This tutorial may be of use to people new to R or ggplot or both. Part two gives an example using ggplot to do some linear regression visualisation. The vector is a basic data type in R. It can have zero or more values, in non computing terms think of it as a named list of values, for example I can create a vector called v and give it the values 1,2,3 In the console window in RStudio, or on the R command line: v < c(1,2,3) I can create as many of these vectors as I want: v < c(1,2,3) w < c(4,5,6) x < c(7,8,9) The next data type is the data frame. You can think of it as one step up from the basic vector in the sense that data frames can contain multiple vectors, like vectors data frames are named. In the example below I create a data frame which I call A and add the three vectors v, w, x to it: A < data.frame(v,w,x) You can see what is in the data frame just by typing A and then return: A v w x 1 1 4 7 2 2 5 8 3 3 6 9 You could think of a data frame as an excel spreadsheet or a matrix (however unlike a matrix, a data frame can contain a mix of data types, for example I can add more columns into the data frame. I want to add a new column called y with the values a,b,c, there are several ways to do this, one method is: A$y < c('a','b','c') The column y has been added to the data frame A v w x y 1 1 4 7 a 2 2 5 8 b 3 3 6 9 c Note that I had to use '' with the values a, b and c, if I didn't I'd get an error: A$y < c(a,b,c) Error: object 'a' not found R thinks that a,b and c are objects like our vectors v,w,x,y or the data frame A. Using '' tells R that we mean the characters a, b and c, you can use single quotes if you prefer. You can access parts of the data frame as follows: you want to see all values in a column: A$w [1] 4 5 6 Or you want to see one specific value, for example the second value in the w column: A$w[2] [1] 5 you can assign this value to a variable: val < A$w[2] You can then perform different actions on the variable: val + 3 [1] 8 val^2 [1] 25 and so on. Usually of course we don't use hard coded data, we use data that we want to investigate or model. The function read.csv() is useful Part twoYou can use the correlation function in R, cor(), to test if a linear relationship exists between variables. The cor function has three parameters: cor(data, use="complete.obs", method="kendall") The first parameter is the name of the dataframe, the second parameter specifies how the function should handle missing data, "complete.obs" assumes no missing data, see the R documentation on line for further examples. The third parameter is the correlation method. There are three to choose from: Pearson, Kendall and Spearman. As an example I will use data for this blog over the last 4 weeks. The data has two variables, the number of unique visitors per day and the total number of page views per day. To test for a correlation I used: cor(d, use="complete.obs", method="kendall") visitors pageViews visitors 1.0000000 0.6963154 pageViews 0.6963154 1.0000000 This implies some degree of correlation (0.7 when rounded to one decimal place) Using method='spearman' gives a higher correlation: cor(d, use="complete.obs", method="spearman") visitors pageViews visitors 1.0000000 0.8453994 pageViews 0.8453994 1.0000000 So let's assume that the two variables have a linear relationship. I can use R to test this idea. A linear relationship has the form y = mx + c, where y and x are the variables, in this case y = page views and x = visitors. m is the gradient of the line and c is the value at which the line cuts the y axis. I can use the lm() function to get these values for my data. This function can be used to fit linear models, see the documentation for details. a < lm(pageViews ~ visitors, data = d) a Call: lm(formula = pageViews ~ visitors, data = d) Coefficients: (Intercept) visitors 14.111 1.215 So my model is: pageViews = 1.2*visitors + 14.1 I can use ggplot2 to generate a scatterplot: ggplot() + geom_point(data = d, aes(x = visitors, y = pageViews)) I can then add the line to this plot and set the scales on the axes: sp < ggplot() + geom_point(data = d, aes(x = visitors, y = pageViews)) abl < geom_abline(intercept = 14.111, slope = 1.215) x < scale_x_continuous(limits = c(0, 40)) y < scale_y_continuous(limits = c(0, 75)) sp + abl + x + y Notice that with ggplot I can build up the graph by adding extra things, I could also add a title, change colours, change the plot shape an so on.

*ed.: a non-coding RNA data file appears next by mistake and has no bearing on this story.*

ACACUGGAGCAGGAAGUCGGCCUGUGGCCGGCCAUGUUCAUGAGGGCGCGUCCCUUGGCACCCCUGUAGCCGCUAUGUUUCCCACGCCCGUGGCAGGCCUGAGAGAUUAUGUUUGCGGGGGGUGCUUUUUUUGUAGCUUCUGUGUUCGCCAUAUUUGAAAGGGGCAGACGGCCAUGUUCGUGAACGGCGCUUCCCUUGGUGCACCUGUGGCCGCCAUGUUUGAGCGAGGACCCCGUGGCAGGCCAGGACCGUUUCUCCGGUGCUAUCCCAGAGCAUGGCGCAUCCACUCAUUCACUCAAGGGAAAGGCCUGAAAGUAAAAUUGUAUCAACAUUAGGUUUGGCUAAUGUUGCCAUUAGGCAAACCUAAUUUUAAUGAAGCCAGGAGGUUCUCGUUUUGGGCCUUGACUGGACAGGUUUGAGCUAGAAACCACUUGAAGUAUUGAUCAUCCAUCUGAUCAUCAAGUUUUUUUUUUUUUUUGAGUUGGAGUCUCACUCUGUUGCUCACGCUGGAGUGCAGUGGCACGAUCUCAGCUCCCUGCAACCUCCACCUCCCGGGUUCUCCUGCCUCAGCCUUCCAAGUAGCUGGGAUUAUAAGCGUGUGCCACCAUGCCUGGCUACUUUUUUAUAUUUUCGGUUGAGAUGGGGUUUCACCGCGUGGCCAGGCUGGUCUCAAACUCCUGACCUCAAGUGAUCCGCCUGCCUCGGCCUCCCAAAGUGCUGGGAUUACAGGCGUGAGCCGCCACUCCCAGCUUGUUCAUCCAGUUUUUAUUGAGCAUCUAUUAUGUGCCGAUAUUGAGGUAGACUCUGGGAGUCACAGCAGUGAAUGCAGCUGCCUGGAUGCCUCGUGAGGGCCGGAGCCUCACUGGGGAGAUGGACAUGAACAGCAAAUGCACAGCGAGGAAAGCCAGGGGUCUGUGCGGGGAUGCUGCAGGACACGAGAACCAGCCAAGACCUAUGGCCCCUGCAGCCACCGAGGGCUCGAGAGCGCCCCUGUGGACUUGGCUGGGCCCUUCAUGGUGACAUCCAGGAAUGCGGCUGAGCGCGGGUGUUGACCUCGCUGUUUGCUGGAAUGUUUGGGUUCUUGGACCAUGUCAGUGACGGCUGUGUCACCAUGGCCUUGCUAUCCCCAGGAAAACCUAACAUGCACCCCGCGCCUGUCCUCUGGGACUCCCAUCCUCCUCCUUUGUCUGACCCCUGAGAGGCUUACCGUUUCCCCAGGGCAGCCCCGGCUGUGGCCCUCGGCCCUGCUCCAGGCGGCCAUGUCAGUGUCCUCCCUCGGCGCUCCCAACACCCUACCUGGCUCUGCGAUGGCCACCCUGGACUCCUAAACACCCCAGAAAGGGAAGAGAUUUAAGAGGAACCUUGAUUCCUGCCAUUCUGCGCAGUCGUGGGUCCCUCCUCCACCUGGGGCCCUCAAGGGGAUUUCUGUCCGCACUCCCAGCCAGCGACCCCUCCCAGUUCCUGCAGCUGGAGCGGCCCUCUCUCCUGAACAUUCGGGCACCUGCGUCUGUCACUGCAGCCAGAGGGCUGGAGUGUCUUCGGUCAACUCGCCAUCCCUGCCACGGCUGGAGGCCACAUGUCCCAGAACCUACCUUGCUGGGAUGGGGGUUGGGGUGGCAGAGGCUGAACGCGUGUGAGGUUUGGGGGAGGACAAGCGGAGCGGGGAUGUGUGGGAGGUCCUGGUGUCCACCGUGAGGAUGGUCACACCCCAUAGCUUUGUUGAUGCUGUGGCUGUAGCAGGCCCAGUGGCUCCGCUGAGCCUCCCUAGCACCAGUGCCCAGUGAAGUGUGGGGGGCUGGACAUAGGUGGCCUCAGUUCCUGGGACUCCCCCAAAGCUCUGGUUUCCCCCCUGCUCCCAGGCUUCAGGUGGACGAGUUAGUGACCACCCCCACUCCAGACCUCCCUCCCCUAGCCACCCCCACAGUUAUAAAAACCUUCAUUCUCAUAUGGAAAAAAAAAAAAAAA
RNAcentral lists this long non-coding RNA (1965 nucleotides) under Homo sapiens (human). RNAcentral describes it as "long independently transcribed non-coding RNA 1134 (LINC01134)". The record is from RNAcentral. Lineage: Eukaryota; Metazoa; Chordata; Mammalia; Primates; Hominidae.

How good is the model? I have my doubts about the accuracy of the mode at values less than 10 visitors because the linear model predicts that when the number of visitors is zero there will be 14 page views  but of course no visitors would mean no page views. Having a model that only works with a finite range is not a disaster but I would need to make people aware that the model is only an approximation and may have limits beyond which it does not work.
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This blog includes:Scripts mainly in Python with a few in R covering NLP, Pandas, Matplotlib and others. See the home page for links to some of the scripts. Also includes some explanations of basic data science terminology. Archives
October 2017